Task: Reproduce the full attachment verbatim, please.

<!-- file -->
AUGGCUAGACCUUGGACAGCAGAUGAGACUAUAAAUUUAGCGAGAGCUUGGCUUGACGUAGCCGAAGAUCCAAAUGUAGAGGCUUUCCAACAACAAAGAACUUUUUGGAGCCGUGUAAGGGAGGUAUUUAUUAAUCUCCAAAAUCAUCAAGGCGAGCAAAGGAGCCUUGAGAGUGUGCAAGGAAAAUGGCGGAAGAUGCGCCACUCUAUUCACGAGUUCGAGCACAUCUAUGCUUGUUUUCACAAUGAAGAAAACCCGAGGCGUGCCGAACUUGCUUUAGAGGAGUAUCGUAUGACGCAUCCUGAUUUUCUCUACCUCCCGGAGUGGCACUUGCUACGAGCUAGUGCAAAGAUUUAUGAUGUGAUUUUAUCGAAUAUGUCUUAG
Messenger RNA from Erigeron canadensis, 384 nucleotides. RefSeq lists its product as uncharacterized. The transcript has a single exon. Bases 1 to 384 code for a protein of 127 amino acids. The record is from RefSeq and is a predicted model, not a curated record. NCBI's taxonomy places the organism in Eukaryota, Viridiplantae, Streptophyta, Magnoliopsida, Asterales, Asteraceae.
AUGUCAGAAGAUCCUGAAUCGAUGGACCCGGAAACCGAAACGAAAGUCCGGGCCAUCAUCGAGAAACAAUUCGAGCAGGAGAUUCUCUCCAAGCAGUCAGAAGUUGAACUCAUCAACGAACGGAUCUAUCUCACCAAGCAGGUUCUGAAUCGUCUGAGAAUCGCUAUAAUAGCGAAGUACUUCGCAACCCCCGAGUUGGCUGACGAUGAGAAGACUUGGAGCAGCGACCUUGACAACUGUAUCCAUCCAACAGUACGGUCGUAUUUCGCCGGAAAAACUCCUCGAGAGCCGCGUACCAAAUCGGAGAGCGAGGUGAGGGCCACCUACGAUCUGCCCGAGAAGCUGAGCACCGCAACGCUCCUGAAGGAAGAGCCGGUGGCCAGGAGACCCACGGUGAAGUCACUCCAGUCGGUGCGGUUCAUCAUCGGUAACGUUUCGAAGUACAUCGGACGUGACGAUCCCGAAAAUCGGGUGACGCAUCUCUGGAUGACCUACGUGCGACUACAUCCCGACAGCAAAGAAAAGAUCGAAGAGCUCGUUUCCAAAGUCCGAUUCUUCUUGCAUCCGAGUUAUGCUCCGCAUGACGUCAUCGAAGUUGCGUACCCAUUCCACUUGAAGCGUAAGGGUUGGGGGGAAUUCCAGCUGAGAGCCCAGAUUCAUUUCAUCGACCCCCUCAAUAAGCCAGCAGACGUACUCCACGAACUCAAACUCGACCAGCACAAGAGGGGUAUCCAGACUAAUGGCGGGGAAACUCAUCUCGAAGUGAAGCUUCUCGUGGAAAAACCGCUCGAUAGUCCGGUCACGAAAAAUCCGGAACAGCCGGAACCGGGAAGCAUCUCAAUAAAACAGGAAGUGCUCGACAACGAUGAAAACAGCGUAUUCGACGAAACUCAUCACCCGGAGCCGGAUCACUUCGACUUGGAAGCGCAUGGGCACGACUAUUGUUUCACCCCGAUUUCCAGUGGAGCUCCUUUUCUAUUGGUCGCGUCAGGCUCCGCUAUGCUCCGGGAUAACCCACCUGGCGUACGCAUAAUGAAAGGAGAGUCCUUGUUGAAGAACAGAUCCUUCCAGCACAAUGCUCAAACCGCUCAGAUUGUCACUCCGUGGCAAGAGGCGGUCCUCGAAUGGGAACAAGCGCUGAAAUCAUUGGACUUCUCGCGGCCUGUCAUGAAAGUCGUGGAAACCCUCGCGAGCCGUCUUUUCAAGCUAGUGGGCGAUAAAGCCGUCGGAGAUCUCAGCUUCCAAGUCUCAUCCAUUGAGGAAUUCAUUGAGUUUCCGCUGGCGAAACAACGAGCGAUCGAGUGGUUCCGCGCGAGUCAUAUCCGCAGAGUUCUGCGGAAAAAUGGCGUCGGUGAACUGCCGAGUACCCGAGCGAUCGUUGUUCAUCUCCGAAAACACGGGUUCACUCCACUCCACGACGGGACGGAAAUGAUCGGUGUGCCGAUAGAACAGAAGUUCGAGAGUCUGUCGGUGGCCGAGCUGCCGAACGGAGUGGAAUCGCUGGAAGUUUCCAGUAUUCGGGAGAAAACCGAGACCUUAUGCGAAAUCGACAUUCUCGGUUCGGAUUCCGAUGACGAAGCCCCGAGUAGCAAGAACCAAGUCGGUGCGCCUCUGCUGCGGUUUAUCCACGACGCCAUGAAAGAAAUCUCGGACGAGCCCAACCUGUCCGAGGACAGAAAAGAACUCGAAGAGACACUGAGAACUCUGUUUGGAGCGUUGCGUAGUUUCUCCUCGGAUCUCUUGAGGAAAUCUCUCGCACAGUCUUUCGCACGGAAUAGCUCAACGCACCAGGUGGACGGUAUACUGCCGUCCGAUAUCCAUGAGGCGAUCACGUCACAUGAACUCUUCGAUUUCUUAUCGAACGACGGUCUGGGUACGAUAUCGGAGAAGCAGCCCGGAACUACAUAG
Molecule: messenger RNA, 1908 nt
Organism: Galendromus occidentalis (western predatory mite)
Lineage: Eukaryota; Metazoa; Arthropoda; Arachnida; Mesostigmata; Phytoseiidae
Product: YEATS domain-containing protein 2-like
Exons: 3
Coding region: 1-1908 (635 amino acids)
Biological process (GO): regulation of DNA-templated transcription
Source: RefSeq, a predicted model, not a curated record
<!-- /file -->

AUGGCUAGACCUUGGACAGCAGAUGAGACUAUAAAUUUAGCGAGAGCUUGGCUUGACGUAGCCGAAGAUCCAAAUGUAGAGGCUUUCCAACAACAAAGAACUUUUUGGAGCCGUGUAAGGGAGGUAUUUAUUAAUCUCCAAAAUCAUCAAGGCGAGCAAAGGAGCCUUGAGAGUGUGCAAGGAAAAUGGCGGAAGAUGCGCCACUCUAUUCACGAGUUCGAGCACAUCUAUGCUUGUUUUCACAAUGAAGAAAACCCGAGGCGUGCCGAACUUGCUUUAGAGGAGUAUCGUAUGACGCAUCCUGAUUUUCUCUACCUCCCGGAGUGGCACUUGCUACGAGCUAGUGCAAAGAUUUAUGAUGUGAUUUUAUCGAAUAUGUCUUAG
Messenger RNA from Erigeron canadensis, 384 nucleotides. RefSeq lists its product as uncharacterized. The transcript has a single exon. Bases 1 to 384 code for a protein of 127 amino acids. The record is from RefSeq and is a predicted model, not a curated record. NCBI's taxonomy places the organism in Eukaryota, Viridiplantae, Streptophyta, Magnoliopsida, Asterales, Asteraceae.
AUGUCAGAAGAUCCUGAAUCGAUGGACCCGGAAACCGAAACGAAAGUCCGGGCCAUCAUCGAGAAACAAUUCGAGCAGGAGAUUCUCUCCAAGCAGUCAGAAGUUGAACUCAUCAACGAACGGAUCUAUCUCACCAAGCAGGUUCUGAAUCGUCUGAGAAUCGCUAUAAUAGCGAAGUACUUCGCAACCCCCGAGUUGGCUGACGAUGAGAAGACUUGGAGCAGCGACCUUGACAACUGUAUCCAUCCAACAGUACGGUCGUAUUUCGCCGGAAAAACUCCUCGAGAGCCGCGUACCAAAUCGGAGAGCGAGGUGAGGGCCACCUACGAUCUGCCCGAGAAGCUGAGCACCGCAACGCUCCUGAAGGAAGAGCCGGUGGCCAGGAGACCCACGGUGAAGUCACUCCAGUCGGUGCGGUUCAUCAUCGGUAACGUUUCGAAGUACAUCGGACGUGACGAUCCCGAAAAUCGGGUGACGCAUCUCUGGAUGACCUACGUGCGACUACAUCCCGACAGCAAAGAAAAGAUCGAAGAGCUCGUUUCCAAAGUCCGAUUCUUCUUGCAUCCGAGUUAUGCUCCGCAUGACGUCAUCGAAGUUGCGUACCCAUUCCACUUGAAGCGUAAGGGUUGGGGGGAAUUCCAGCUGAGAGCCCAGAUUCAUUUCAUCGACCCCCUCAAUAAGCCAGCAGACGUACUCCACGAACUCAAACUCGACCAGCACAAGAGGGGUAUCCAGACUAAUGGCGGGGAAACUCAUCUCGAAGUGAAGCUUCUCGUGGAAAAACCGCUCGAUAGUCCGGUCACGAAAAAUCCGGAACAGCCGGAACCGGGAAGCAUCUCAAUAAAACAGGAAGUGCUCGACAACGAUGAAAACAGCGUAUUCGACGAAACUCAUCACCCGGAGCCGGAUCACUUCGACUUGGAAGCGCAUGGGCACGACUAUUGUUUCACCCCGAUUUCCAGUGGAGCUCCUUUUCUAUUGGUCGCGUCAGGCUCCGCUAUGCUCCGGGAUAACCCACCUGGCGUACGCAUAAUGAAAGGAGAGUCCUUGUUGAAGAACAGAUCCUUCCAGCACAAUGCUCAAACCGCUCAGAUUGUCACUCCGUGGCAAGAGGCGGUCCUCGAAUGGGAACAAGCGCUGAAAUCAUUGGACUUCUCGCGGCCUGUCAUGAAAGUCGUGGAAACCCUCGCGAGCCGUCUUUUCAAGCUAGUGGGCGAUAAAGCCGUCGGAGAUCUCAGCUUCCAAGUCUCAUCCAUUGAGGAAUUCAUUGAGUUUCCGCUGGCGAAACAACGAGCGAUCGAGUGGUUCCGCGCGAGUCAUAUCCGCAGAGUUCUGCGGAAAAAUGGCGUCGGUGAACUGCCGAGUACCCGAGCGAUCGUUGUUCAUCUCCGAAAACACGGGUUCACUCCACUCCACGACGGGACGGAAAUGAUCGGUGUGCCGAUAGAACAGAAGUUCGAGAGUCUGUCGGUGGCCGAGCUGCCGAACGGAGUGGAAUCGCUGGAAGUUUCCAGUAUUCGGGAGAAAACCGAGACCUUAUGCGAAAUCGACAUUCUCGGUUCGGAUUCCGAUGACGAAGCCCCGAGUAGCAAGAACCAAGUCGGUGCGCCUCUGCUGCGGUUUAUCCACGACGCCAUGAAAGAAAUCUCGGACGAGCCCAACCUGUCCGAGGACAGAAAAGAACUCGAAGAGACACUGAGAACUCUGUUUGGAGCGUUGCGUAGUUUCUCCUCGGAUCUCUUGAGGAAAUCUCUCGCACAGUCUUUCGCACGGAAUAGCUCAACGCACCAGGUGGACGGUAUACUGCCGUCCGAUAUCCAUGAGGCGAUCACGUCACAUGAACUCUUCGAUUUCUUAUCGAACGACGGUCUGGGUACGAUAUCGGAGAAGCAGCCCGGAACUACAUAG
Molecule: messenger RNA, 1908 nt
Organism: Galendromus occidentalis (western predatory mite)
Lineage: Eukaryota; Metazoa; Arthropoda; Arachnida; Mesostigmata; Phytoseiidae
Product: YEATS domain-containing protein 2-like
Exons: 3
Coding region: 1-1908 (635 amino acids)
Biological process (GO): regulation of DNA-templated transcription
Source: RefSeq, a predicted model, not a curated record